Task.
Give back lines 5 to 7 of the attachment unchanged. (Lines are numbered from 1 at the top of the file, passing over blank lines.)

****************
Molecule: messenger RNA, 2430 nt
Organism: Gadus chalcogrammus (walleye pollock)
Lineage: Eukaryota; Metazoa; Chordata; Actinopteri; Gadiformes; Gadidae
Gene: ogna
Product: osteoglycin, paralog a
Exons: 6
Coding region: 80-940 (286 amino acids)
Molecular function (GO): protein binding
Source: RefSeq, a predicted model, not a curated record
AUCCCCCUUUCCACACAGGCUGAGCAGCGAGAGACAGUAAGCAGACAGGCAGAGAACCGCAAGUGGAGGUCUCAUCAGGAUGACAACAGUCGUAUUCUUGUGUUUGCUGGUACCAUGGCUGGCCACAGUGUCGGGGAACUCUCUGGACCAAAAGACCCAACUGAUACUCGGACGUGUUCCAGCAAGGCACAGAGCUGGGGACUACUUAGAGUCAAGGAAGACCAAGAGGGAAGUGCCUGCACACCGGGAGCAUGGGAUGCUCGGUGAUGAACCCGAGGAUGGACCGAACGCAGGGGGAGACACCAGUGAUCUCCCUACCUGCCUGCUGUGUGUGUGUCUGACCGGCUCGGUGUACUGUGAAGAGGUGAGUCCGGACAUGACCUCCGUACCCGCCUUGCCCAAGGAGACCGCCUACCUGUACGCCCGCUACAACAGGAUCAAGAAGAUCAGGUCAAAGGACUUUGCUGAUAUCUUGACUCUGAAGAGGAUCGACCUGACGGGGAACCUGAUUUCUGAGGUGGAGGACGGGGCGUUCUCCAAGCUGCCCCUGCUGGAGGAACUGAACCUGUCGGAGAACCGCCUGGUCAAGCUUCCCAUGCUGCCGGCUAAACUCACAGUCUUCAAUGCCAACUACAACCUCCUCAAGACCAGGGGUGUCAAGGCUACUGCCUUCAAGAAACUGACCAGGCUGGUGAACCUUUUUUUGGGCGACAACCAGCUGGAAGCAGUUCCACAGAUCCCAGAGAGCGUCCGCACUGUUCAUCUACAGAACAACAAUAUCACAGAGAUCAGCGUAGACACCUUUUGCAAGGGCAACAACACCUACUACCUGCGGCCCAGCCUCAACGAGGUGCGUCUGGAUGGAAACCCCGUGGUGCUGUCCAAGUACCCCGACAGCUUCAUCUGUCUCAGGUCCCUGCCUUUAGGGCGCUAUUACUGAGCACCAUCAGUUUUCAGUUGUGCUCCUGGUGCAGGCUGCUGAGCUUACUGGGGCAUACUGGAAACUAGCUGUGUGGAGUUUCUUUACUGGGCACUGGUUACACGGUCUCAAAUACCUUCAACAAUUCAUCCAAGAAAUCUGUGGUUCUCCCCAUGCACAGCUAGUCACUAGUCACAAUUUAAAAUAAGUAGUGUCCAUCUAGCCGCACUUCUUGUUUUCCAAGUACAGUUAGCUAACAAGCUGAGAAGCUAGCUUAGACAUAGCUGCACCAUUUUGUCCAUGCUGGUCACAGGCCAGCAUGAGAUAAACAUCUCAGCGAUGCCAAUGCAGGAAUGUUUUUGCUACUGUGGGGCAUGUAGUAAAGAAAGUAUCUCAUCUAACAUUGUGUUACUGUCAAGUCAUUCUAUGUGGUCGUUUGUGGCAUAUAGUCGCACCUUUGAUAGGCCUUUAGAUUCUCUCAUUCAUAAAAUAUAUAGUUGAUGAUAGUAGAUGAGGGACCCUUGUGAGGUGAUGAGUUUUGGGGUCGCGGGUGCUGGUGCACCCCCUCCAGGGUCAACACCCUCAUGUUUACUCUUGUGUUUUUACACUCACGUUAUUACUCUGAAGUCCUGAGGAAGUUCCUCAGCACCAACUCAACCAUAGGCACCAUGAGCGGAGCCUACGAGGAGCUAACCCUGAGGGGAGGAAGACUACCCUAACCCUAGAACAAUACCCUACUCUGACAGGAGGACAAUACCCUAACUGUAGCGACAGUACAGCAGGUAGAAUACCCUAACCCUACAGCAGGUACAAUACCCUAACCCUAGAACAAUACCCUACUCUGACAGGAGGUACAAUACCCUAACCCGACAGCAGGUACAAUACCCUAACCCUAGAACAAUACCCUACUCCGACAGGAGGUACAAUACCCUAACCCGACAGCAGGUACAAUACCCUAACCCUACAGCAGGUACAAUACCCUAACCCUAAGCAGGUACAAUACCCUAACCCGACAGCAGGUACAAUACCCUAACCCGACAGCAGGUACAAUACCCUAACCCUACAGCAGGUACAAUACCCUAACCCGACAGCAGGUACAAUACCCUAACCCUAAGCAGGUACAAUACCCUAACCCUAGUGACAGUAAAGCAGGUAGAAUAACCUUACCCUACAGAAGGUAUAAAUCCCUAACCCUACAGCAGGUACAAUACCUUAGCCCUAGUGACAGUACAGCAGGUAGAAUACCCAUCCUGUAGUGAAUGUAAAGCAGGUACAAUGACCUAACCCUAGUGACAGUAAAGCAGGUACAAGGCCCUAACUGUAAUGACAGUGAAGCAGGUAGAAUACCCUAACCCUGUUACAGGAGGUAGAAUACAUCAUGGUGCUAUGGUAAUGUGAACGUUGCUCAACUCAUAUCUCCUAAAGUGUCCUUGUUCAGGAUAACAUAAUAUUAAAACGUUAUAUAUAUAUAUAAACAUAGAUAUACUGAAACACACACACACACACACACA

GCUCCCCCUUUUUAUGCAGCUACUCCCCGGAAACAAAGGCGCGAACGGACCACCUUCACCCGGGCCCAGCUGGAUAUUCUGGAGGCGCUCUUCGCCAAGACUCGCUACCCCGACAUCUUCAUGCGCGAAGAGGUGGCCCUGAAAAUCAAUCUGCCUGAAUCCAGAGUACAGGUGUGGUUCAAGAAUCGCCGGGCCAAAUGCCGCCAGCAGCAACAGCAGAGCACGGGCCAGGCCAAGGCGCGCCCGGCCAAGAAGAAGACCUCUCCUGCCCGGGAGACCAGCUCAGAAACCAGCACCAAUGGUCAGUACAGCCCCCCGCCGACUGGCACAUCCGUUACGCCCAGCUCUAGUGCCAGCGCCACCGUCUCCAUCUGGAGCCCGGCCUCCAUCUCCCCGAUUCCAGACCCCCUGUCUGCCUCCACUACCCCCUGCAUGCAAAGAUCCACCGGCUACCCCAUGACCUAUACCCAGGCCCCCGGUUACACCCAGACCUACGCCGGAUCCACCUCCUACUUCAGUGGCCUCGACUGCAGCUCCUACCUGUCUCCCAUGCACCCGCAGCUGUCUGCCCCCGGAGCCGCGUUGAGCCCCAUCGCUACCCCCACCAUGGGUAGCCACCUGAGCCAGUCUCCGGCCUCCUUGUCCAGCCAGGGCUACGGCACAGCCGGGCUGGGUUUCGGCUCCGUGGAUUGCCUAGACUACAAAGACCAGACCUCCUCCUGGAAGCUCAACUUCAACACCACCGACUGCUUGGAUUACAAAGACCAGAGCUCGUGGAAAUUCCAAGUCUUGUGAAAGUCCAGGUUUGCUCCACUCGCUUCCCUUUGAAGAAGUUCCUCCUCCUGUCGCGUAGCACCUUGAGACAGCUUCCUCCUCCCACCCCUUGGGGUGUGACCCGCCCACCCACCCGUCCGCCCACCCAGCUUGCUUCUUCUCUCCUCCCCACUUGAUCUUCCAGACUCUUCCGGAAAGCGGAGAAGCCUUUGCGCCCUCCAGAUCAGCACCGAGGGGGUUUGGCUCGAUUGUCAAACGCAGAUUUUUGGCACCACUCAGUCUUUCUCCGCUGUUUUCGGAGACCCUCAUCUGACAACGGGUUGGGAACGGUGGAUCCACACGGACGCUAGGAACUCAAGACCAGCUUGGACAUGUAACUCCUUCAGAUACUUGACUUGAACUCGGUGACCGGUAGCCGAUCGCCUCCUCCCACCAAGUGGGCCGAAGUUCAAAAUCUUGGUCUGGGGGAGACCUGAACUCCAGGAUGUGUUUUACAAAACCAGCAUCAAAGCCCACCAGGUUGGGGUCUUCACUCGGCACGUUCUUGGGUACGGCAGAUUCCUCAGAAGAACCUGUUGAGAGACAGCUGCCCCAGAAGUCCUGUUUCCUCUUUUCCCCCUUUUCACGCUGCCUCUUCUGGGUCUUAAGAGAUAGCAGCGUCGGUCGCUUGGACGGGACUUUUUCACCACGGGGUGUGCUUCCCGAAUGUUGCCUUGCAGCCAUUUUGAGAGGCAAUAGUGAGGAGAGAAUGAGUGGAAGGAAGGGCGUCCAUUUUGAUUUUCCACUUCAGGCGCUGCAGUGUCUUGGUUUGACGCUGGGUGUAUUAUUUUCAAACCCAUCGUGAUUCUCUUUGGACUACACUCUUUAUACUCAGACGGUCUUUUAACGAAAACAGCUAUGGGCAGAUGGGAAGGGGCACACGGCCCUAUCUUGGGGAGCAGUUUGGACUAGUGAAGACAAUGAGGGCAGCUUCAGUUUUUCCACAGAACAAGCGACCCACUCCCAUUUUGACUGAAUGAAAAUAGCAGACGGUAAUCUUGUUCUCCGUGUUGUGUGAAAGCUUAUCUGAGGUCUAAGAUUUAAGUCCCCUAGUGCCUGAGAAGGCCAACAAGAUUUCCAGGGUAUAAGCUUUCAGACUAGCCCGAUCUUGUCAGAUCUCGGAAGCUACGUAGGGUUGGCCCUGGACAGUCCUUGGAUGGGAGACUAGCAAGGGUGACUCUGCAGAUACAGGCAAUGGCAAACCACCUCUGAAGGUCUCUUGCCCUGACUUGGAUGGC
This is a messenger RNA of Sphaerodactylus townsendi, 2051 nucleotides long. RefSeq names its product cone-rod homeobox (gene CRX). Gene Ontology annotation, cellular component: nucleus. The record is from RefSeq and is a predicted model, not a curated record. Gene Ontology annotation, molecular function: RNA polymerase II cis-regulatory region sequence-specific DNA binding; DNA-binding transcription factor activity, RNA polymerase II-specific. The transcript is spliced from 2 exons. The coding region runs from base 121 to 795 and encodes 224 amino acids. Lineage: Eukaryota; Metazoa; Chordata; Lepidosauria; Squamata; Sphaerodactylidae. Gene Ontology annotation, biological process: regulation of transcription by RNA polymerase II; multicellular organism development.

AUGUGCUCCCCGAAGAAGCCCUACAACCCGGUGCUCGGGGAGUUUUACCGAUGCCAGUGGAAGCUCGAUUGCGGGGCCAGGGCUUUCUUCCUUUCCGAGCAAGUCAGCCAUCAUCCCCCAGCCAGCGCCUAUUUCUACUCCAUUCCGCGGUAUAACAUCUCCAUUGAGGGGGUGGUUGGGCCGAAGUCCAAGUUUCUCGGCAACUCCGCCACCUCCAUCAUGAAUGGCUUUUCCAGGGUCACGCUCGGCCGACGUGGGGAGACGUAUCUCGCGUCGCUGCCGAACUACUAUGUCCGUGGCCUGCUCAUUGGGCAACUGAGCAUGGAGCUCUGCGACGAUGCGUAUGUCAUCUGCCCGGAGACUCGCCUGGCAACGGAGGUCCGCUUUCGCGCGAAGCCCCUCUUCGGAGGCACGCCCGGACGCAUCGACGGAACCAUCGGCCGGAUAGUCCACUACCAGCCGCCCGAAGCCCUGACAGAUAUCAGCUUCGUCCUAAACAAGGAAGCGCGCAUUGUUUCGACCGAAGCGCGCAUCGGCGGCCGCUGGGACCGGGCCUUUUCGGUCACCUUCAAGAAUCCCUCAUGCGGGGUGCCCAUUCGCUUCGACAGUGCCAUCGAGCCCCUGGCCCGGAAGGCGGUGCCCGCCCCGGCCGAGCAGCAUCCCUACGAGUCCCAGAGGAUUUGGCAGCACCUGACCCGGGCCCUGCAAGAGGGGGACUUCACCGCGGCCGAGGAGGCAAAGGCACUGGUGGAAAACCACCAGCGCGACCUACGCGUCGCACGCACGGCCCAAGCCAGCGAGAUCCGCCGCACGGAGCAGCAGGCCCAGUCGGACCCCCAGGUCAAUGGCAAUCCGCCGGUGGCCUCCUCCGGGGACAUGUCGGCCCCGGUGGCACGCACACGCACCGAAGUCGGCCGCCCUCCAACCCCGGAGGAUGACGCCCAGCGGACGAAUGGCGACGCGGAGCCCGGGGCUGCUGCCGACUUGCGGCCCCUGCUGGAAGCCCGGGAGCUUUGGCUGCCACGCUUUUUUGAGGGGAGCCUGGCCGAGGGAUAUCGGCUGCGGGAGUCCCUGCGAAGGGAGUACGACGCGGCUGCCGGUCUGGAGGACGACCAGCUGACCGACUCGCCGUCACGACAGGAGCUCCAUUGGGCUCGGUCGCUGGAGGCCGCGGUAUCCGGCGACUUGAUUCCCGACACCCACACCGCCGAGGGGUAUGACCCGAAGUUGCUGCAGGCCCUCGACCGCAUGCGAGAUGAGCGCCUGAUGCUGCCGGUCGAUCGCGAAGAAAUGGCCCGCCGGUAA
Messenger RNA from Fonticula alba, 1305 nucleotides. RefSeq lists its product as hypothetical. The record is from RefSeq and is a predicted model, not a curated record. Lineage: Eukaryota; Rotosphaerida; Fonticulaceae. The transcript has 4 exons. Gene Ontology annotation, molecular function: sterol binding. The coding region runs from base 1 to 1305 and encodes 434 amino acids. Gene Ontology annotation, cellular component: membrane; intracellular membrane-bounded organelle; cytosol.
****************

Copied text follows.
Product: osteoglycin, paralog a
Exons: 6
Coding region: 80-940 (286 amino acids)